Stamps.com (NASDAQ:STMP) is a stock which has rapidly fallen from grace. Naturally, this appeals to my contrarian, deep value stance. Stamps.com is trying very hard to steady its footing.
For now, its valuation, despite being more attractive, is still slightly expensive for this value investor.
Back in March 2019, when the share price was approximately $83, I wrote an article titled, My Lessons In Sunken Cost Bias, and here is an excerpt:
[I was] spending time trying to figure out why investing in this company could work out satisfactorily. As investors, the more time we spend on a company, it is only natural that we become increasingly optimistic about its positive prospects, while at the same time turning down the volume on the negative reasons why it won't work out.
The point of that article was to describe how I had spent a considerable amount of time attempting to ascertain all the moving parts of an investment in Stamps.com and whether it carried enough margin of safety. At the time, I concluded by saying that investors would be better off not getting involved with the company.
Today's share price is a more appealing $55 and $1.2 billion market cap - essentially the same price Stamps.com was in 2015.
Looking ahead, Stamps.com still carries a lot of uncertainty, predominantly around whether it will continue to be as acquisitive as it has been in the past.
Below is a table from my previous article to get a feel for Stamps.com's cash flow movements.
For example, for 2018, Stamps.com's cash flow from operations reached $276 million. But that year, Stamps.com spent $209 million in the acquisition of MetaPack. Consequently, Stamps.com's 2018 actual free cash flow is not $273 million, but closer to $60 million once MetaPack is incorporated.
Passionate shareholders might contend that acquisitions are not typically factored into free cash flow calculations. And they would be correct were it not for the recurring nature of acquisitions which Stamps.com embarks on.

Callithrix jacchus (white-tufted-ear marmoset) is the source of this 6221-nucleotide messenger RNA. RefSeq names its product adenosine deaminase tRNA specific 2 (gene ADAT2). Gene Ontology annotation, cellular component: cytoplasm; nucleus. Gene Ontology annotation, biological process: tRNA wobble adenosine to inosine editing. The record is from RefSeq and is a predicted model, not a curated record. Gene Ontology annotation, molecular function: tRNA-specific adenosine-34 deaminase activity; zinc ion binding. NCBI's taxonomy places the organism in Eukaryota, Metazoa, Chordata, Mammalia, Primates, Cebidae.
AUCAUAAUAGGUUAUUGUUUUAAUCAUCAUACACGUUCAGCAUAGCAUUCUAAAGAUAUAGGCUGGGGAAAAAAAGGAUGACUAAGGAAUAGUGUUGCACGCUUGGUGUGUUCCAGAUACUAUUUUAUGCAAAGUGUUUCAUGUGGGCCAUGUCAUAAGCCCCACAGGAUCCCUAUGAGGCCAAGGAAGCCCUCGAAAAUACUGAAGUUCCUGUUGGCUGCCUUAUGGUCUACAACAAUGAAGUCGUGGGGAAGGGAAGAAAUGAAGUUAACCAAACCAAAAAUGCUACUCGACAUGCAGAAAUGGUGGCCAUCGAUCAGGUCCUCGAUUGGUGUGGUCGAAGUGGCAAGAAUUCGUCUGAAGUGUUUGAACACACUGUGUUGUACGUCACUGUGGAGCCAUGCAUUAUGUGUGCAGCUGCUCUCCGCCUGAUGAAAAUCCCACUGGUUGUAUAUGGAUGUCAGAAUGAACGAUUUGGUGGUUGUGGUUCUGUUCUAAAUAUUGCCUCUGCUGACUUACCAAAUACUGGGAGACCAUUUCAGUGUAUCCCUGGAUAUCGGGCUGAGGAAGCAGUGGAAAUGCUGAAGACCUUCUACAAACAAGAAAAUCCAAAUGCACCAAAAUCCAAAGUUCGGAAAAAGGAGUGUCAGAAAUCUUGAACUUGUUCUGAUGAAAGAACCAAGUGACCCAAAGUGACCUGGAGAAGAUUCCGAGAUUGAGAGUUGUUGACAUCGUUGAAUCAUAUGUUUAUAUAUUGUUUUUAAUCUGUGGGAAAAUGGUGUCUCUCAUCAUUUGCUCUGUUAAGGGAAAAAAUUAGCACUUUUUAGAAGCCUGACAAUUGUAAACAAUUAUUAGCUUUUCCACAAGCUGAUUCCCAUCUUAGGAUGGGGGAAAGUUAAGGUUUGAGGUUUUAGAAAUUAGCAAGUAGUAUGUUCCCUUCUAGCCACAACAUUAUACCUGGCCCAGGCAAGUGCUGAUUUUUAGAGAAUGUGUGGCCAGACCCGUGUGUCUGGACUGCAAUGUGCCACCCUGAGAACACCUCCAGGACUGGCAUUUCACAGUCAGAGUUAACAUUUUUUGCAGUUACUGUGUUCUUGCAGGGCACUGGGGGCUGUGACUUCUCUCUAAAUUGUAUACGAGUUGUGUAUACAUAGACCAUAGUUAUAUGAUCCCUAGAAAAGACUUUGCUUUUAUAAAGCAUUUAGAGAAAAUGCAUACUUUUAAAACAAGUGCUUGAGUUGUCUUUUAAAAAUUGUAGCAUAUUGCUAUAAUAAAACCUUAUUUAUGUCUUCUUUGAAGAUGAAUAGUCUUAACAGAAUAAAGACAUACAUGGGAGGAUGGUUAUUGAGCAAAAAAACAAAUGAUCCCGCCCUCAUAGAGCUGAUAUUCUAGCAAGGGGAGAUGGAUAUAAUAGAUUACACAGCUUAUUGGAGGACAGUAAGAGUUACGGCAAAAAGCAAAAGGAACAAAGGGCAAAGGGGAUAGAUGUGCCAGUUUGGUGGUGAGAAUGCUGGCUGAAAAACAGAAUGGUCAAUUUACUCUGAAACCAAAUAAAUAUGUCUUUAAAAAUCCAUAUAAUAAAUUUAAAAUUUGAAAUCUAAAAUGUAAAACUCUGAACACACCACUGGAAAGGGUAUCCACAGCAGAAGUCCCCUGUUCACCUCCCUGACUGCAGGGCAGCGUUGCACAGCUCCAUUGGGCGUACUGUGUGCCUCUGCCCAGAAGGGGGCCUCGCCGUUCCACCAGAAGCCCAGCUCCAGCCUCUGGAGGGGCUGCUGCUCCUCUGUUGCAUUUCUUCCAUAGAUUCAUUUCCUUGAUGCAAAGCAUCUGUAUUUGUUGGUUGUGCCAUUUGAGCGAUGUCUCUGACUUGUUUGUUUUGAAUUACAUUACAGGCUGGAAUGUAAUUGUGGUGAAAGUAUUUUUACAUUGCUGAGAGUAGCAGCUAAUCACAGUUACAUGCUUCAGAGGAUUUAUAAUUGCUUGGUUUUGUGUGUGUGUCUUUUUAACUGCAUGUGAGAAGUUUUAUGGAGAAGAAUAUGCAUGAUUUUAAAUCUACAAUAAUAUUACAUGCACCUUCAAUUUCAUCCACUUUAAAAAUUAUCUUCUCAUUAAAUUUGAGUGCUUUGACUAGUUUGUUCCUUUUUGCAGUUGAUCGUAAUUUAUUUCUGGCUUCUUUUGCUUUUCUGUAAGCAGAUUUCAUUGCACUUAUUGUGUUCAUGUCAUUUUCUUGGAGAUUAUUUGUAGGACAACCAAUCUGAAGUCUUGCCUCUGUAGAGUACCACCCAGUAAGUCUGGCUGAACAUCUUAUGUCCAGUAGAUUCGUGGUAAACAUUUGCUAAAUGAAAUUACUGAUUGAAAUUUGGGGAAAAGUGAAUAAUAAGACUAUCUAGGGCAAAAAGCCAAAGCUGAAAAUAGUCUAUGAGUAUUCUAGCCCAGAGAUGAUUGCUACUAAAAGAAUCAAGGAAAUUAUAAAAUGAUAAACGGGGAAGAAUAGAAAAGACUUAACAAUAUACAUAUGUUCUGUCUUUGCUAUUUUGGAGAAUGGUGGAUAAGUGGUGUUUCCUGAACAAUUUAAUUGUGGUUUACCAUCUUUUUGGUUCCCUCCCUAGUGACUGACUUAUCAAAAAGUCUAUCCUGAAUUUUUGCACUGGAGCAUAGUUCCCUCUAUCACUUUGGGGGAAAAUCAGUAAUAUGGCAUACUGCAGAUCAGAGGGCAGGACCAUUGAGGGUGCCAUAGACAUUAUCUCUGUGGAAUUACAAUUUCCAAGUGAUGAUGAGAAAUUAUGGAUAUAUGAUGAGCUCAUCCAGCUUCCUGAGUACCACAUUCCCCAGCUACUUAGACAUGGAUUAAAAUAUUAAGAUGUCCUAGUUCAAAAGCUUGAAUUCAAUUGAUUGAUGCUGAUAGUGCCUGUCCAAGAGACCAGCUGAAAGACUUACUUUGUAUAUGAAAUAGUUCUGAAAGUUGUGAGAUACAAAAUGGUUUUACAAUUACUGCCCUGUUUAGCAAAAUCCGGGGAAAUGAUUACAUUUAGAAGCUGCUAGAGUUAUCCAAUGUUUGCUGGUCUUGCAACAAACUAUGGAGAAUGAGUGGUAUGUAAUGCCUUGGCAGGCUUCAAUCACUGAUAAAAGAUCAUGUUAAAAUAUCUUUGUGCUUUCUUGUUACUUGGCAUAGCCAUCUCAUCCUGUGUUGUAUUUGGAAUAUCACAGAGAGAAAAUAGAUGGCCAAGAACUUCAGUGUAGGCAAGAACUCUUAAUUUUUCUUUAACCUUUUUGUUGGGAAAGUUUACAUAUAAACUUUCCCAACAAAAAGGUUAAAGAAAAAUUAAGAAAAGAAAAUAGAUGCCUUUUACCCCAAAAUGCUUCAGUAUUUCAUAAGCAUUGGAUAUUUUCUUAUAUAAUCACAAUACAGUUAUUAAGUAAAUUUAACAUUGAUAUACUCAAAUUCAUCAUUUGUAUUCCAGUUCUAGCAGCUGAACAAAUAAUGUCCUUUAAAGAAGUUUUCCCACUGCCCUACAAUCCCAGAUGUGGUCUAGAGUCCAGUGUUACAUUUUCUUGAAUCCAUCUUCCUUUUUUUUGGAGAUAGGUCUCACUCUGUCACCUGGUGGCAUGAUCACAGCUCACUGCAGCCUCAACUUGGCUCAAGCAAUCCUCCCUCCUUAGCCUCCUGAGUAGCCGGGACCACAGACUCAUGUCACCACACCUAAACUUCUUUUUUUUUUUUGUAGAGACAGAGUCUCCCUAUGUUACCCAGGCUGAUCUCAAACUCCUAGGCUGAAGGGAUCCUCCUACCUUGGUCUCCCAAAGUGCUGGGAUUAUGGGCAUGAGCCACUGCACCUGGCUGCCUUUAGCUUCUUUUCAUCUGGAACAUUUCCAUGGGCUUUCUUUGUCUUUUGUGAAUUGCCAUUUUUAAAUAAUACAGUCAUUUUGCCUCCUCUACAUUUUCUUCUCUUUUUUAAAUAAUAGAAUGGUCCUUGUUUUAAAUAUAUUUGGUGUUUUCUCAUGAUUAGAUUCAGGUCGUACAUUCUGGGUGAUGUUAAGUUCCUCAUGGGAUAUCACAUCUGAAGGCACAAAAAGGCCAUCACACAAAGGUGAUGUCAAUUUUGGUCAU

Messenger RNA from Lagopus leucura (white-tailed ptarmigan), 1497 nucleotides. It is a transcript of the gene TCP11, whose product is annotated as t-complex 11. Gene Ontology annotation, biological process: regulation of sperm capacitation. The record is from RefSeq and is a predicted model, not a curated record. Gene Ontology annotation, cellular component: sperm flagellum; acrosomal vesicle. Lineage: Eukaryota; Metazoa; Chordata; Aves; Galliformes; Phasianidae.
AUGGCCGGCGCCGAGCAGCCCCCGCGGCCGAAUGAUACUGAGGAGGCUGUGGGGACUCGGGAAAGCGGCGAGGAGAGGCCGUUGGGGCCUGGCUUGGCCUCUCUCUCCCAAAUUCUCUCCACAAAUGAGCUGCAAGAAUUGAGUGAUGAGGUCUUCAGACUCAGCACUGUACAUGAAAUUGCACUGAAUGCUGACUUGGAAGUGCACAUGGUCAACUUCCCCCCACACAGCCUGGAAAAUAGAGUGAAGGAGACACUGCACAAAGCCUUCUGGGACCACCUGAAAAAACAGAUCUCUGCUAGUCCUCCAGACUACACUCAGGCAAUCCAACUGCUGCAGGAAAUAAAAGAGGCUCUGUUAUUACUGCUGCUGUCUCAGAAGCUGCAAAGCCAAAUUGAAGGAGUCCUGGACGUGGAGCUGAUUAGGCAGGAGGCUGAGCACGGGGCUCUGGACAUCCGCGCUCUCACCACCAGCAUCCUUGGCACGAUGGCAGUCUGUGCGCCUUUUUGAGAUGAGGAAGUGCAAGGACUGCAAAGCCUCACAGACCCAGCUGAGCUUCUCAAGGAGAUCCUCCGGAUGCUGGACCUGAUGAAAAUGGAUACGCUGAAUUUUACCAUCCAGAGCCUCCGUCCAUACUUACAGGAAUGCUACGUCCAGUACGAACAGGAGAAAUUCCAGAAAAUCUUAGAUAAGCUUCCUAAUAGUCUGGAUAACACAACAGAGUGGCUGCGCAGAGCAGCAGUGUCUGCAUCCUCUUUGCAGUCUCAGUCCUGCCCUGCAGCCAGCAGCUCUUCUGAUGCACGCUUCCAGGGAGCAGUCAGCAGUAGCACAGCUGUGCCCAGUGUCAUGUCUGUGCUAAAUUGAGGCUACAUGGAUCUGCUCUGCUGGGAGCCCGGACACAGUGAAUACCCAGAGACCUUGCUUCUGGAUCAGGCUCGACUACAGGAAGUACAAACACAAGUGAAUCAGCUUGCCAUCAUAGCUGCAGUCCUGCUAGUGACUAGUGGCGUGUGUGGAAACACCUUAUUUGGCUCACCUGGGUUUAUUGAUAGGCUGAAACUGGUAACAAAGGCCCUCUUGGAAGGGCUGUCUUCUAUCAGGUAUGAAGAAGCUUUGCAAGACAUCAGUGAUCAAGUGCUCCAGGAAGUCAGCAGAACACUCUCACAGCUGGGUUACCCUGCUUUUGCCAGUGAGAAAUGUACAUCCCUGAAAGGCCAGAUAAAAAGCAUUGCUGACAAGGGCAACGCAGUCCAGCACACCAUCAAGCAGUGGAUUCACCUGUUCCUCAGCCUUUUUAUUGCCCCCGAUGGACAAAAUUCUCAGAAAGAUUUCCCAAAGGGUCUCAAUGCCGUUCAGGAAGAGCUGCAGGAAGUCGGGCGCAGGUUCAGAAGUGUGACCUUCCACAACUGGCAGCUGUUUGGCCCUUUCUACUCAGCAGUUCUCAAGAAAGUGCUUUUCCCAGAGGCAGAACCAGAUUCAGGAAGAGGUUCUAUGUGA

Another problem for shareholders is that it's difficult to know what Stamps.com's profit margins are likely to look like in 2020.
The fact that the USPS commission revenue has been eliminated is one problem. Lower margins as Stamps.com broadens its international offering is another problem.
On the other hand, Stamps.com is determined to broaden its portfolio of solutions so customers can use alternatives to the USPS.
Having said that, when it comes to Stamps.com's margin profile, investors should remember that the real cost to its operations is in the form of stock-based compensation which amounts to $45 million for 2019.
Given that Stamps.com's full-year 2019 GAAP midpoint net income is only expected to reach $35 million, this does not leave investors with enough to make for a highly compelling investment.
Stamps.com's balance sheet carries $110 million of cash and equivalents and approximately $56 million of total debt, thus a solid $54 million net cash position.
Given that it continues to be a solid cash flow generating company, and its share price collapsed, it is nice to see Stamps.com have a share repurchase program.
Since announcing its share repurchase program in March 2019, through to the end of June 2019, Stamps.com had repurchased approximately $20 million worth of stock at approximately $68 per share.
Given how aggressively the company was repurchasing the stock in the first quarter, and only a further $10 million after the first quarter, it highlights a management team which is either a poor capital allocator, or a management team which was caught flat-footed with the loss of the USPS commission revenue, or both. Either way, investors should be wary of just how much trust one puts into this management team.
Superficially, Stamps.com has the trademark of a very attractive investment.
It appears to be an asset-light operation. However, as highlighted above, it is a consistent acquirer of companies, which takes substantial cash flows away from shareholders.
Secondly, it has a disproportionately high stock-based compensation structure.
Finally, for the full year 2019, Stamps.com's bottom-line GAAP EPS number is expected to reach approximately $2.00 at the mid-point. Given that the share price is still above $55, this puts the stock at a forward multiple of 22x, which becomes interesting if the company can continue to grow in 2020.
Stamps.com is undergoing a very dynamic period in its operations. Realistically, for now, there is very little light at the end of the tunnel.
Having said that, investors should be realistic that despite diminished profit margins going forward, there is still a very much worthwhile and cash flow generating business, which already has much of the downside priced in already.
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Disclosure: I/we have no positions in any stocks mentioned, and no plans to initiate any positions within the next 72 hours. I wrote this article myself, and it expresses my own opinions. I am not receiving compensation for it (other than from Seeking Alpha). I have no business relationship with any company whose stock is mentioned in this article.